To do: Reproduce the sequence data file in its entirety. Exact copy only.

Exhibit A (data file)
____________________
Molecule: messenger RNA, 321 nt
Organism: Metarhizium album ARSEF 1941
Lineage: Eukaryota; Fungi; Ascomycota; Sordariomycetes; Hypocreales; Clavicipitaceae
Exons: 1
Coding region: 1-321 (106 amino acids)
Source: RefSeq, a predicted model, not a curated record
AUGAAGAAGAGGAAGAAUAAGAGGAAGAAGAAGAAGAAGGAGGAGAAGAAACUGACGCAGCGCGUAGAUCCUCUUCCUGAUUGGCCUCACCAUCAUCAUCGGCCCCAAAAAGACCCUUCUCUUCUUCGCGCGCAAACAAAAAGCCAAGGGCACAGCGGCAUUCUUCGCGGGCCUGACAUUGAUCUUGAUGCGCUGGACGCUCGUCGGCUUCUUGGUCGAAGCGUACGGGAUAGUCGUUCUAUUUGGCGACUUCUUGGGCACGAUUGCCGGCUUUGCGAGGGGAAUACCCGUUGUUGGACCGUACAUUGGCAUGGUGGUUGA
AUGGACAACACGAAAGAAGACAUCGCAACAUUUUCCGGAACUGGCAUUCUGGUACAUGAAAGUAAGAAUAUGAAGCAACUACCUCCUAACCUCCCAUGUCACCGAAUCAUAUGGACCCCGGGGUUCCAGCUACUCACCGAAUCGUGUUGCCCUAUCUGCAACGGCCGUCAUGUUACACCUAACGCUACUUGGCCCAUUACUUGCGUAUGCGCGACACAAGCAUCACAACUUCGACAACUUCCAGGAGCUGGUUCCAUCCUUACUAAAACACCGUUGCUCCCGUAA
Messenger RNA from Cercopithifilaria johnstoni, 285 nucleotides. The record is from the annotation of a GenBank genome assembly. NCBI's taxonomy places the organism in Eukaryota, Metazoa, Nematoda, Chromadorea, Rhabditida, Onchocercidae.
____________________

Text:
Molecule: messenger RNA, 321 nt
Organism: Metarhizium album ARSEF 1941
Lineage: Eukaryota; Fungi; Ascomycota; Sordariomycetes; Hypocreales; Clavicipitaceae
Exons: 1
Coding region: 1-321 (106 amino acids)
Source: RefSeq, a predicted model, not a curated record
AUGAAGAAGAGGAAGAAUAAGAGGAAGAAGAAGAAGAAGGAGGAGAAGAAACUGACGCAGCGCGUAGAUCCUCUUCCUGAUUGGCCUCACCAUCAUCAUCGGCCCCAAAAAGACCCUUCUCUUCUUCGCGCGCAAACAAAAAGCCAAGGGCACAGCGGCAUUCUUCGCGGGCCUGACAUUGAUCUUGAUGCGCUGGACGCUCGUCGGCUUCUUGGUCGAAGCGUACGGGAUAGUCGUUCUAUUUGGCGACUUCUUGGGCACGAUUGCCGGCUUUGCGAGGGGAAUACCCGUUGUUGGACCGUACAUUGGCAUGGUGGUUGA
AUGGACAACACGAAAGAAGACAUCGCAACAUUUUCCGGAACUGGCAUUCUGGUACAUGAAAGUAAGAAUAUGAAGCAACUACCUCCUAACCUCCCAUGUCACCGAAUCAUAUGGACCCCGGGGUUCCAGCUACUCACCGAAUCGUGUUGCCCUAUCUGCAACGGCCGUCAUGUUACACCUAACGCUACUUGGCCCAUUACUUGCGUAUGCGCGACACAAGCAUCACAACUUCGACAACUUCCAGGAGCUGGUUCCAUCCUUACUAAAACACCGUUGCUCCCGUAA
Messenger RNA from Cercopithifilaria johnstoni, 285 nucleotides. The record is from the annotation of a GenBank genome assembly. NCBI's taxonomy places the organism in Eukaryota, Metazoa, Nematoda, Chromadorea, Rhabditida, Onchocercidae.